(Picture: Fox Sports)
This isn’t really how I envisioned commencing my first weekend review. To be honest, I had it planned out to be full of celebratory pats on the back of the Wallabies boys after taking out yet another series against the Lions. But something, something “chickens before they hatch” and I’m finding myself in the rather unenviable position of trying to come up with something that doesn’t involve swearing and sobbing hysterically into my trusty laptop.
I’ve managed to console myself with the knowledge that there is no chance Australia can lose to anything resembling England or Britain this week. Right? RIGHT?!!
The weekend saw Australian gold stocks plummet dramatically on the back of what can only be described as an unmitigated disaster in Sydney – and it appears the hardest hit were those who purchased shares in “Brand O’Connor” which bottomed out quicker than the Greek economy.
After a lacklustre start at arguably the most disputed jersey in the Wallabies squad, James O’Connor found himself not only without a series victory against the Welsh & Rest Lions, but looking for a Super Rugby franchise for 2014 and beyond after the Melbourne Rebels confirmed they would not be extending his contract beyond season end. At least he’ll have plenty of time to get a decent haircut in the off season.
Whilst still on the subject of rugby, the boys from Bloemfontein made their first Super Rugby play-offs after a crushing defeat of the Auckland Blues, which saw Blues coach Sir John Kirwan opt to miss his press conference through “disappointment”. All I know is, if disappointment is what keeps Kirwan away from the press, he probably should be thankful he wasn’t at the helm last year.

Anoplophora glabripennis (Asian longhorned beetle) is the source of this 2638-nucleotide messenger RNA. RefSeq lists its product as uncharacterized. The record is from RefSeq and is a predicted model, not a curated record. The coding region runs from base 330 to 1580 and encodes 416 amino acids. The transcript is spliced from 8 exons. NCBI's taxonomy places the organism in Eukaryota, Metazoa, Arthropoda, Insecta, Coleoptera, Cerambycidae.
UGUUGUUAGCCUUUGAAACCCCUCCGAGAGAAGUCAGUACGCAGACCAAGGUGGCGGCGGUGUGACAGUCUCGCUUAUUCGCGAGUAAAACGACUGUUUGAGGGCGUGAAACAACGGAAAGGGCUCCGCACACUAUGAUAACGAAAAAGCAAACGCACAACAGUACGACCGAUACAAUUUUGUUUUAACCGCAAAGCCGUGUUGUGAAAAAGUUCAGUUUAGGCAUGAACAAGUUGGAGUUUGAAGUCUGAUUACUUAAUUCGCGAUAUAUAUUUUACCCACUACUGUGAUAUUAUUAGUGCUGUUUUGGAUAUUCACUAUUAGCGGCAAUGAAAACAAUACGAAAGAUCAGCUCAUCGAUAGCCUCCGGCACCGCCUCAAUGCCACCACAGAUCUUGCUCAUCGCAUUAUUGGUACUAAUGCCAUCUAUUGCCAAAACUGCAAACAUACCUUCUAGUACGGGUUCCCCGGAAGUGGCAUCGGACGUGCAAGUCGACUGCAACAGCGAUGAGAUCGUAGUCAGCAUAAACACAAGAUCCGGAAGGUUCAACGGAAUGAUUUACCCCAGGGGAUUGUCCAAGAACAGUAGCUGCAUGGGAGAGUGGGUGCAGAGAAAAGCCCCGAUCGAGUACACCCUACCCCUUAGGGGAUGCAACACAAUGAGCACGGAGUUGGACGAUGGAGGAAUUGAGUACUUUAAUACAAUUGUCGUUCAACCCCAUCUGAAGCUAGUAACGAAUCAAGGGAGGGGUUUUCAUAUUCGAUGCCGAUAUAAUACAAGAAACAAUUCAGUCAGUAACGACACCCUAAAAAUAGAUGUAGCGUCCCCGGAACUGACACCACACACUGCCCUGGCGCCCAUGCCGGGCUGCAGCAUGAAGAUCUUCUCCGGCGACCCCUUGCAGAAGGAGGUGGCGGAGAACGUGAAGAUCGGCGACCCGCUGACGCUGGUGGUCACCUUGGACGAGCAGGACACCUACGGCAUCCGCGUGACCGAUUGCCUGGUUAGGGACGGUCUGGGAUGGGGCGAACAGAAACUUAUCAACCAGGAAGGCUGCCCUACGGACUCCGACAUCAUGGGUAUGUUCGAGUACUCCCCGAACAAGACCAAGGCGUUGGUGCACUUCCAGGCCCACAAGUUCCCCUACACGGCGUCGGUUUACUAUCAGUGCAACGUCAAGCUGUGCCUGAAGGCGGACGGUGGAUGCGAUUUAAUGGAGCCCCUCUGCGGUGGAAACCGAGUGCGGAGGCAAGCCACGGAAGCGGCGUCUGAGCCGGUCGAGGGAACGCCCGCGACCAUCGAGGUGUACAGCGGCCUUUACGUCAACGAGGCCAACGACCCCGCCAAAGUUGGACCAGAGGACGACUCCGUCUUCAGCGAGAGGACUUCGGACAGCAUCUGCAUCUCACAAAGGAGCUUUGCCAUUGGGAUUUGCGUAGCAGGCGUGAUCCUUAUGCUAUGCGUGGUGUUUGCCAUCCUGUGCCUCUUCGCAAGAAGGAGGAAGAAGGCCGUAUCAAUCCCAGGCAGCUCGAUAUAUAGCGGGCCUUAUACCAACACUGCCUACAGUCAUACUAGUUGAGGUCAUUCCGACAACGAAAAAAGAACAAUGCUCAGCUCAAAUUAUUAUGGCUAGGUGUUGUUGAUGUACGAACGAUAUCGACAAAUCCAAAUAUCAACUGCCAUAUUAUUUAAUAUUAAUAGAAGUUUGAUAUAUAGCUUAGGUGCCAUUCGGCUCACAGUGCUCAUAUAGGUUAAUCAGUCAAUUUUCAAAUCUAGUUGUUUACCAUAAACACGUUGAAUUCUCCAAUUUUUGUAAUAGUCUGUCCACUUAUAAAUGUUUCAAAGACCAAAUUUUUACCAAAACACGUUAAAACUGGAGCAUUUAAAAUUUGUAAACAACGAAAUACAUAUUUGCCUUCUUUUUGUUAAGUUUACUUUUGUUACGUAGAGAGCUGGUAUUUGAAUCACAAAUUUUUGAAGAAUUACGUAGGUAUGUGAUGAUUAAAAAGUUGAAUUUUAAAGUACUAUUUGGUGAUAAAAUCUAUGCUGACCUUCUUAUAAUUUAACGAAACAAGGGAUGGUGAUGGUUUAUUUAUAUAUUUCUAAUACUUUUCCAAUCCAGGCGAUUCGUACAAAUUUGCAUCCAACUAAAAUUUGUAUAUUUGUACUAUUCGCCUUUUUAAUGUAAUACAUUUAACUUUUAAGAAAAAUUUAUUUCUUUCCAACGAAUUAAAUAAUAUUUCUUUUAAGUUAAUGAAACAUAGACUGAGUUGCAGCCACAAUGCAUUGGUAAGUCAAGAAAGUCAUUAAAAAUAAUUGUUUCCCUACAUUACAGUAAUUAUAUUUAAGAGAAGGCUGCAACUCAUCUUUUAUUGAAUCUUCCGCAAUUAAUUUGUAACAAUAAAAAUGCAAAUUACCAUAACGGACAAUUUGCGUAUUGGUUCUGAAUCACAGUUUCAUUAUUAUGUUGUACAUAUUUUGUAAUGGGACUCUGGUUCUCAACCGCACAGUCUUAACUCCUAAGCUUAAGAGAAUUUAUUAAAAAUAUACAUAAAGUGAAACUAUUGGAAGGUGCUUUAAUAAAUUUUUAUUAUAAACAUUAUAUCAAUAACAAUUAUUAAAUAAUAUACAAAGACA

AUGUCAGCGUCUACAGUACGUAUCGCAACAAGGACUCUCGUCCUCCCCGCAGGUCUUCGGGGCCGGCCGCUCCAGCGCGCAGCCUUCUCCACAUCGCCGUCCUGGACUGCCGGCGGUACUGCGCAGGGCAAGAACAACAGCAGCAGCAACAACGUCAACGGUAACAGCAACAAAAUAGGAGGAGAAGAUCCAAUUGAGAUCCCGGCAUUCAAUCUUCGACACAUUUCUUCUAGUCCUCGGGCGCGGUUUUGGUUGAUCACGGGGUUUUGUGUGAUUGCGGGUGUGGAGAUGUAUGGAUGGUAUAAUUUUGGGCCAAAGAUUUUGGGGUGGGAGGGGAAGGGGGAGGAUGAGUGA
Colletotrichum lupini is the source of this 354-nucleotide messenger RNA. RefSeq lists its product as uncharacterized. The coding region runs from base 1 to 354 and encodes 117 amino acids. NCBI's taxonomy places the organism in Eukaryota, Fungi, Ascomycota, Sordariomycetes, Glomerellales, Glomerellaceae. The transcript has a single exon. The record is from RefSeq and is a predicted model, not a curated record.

Sebastian Vettel was aiming for his first ever German Grand Prix – yep, prior to 2013 he had never won in his home country – and Mark Webber had a point to prove after announcing his Formula One retirement. Whilst a little competition between team-mates is generally a good thing, try explaining that to the cameraman who wound up being struck by one of Webber’s tyres after an unsafe release from pit lane by a crew determined to have Mark back on track before Vettel. I hear the guy is okay and currently recovering in hospital from a broken collarbone and ribs – thank heavens – but perhaps Red Bull need to concentrate on not giving their TYRES wings. Vettel wound up winning from Kimi Raikkonen and fellow Lotus team-mate Romain Grosjean, yet the result was probably overshadowed by yet another incident.
Unbelievably, the flying tyre in pit lane was not the strangest sight at Nuerburgring, which also saw the Marussia of Jules Bianchi take on a life of it’s own when, driverless after an engine failure, the car decided to roll backwards down the hill onto the track into the path of oncoming vehicles. Again, thankfully, the incident could have been a lot worse than it was, but we did learn two things: firstly, never under-rate the value of a handbrake; and secondly, a Marussia without a driver can actually travel backwards faster than it can under full race conditions.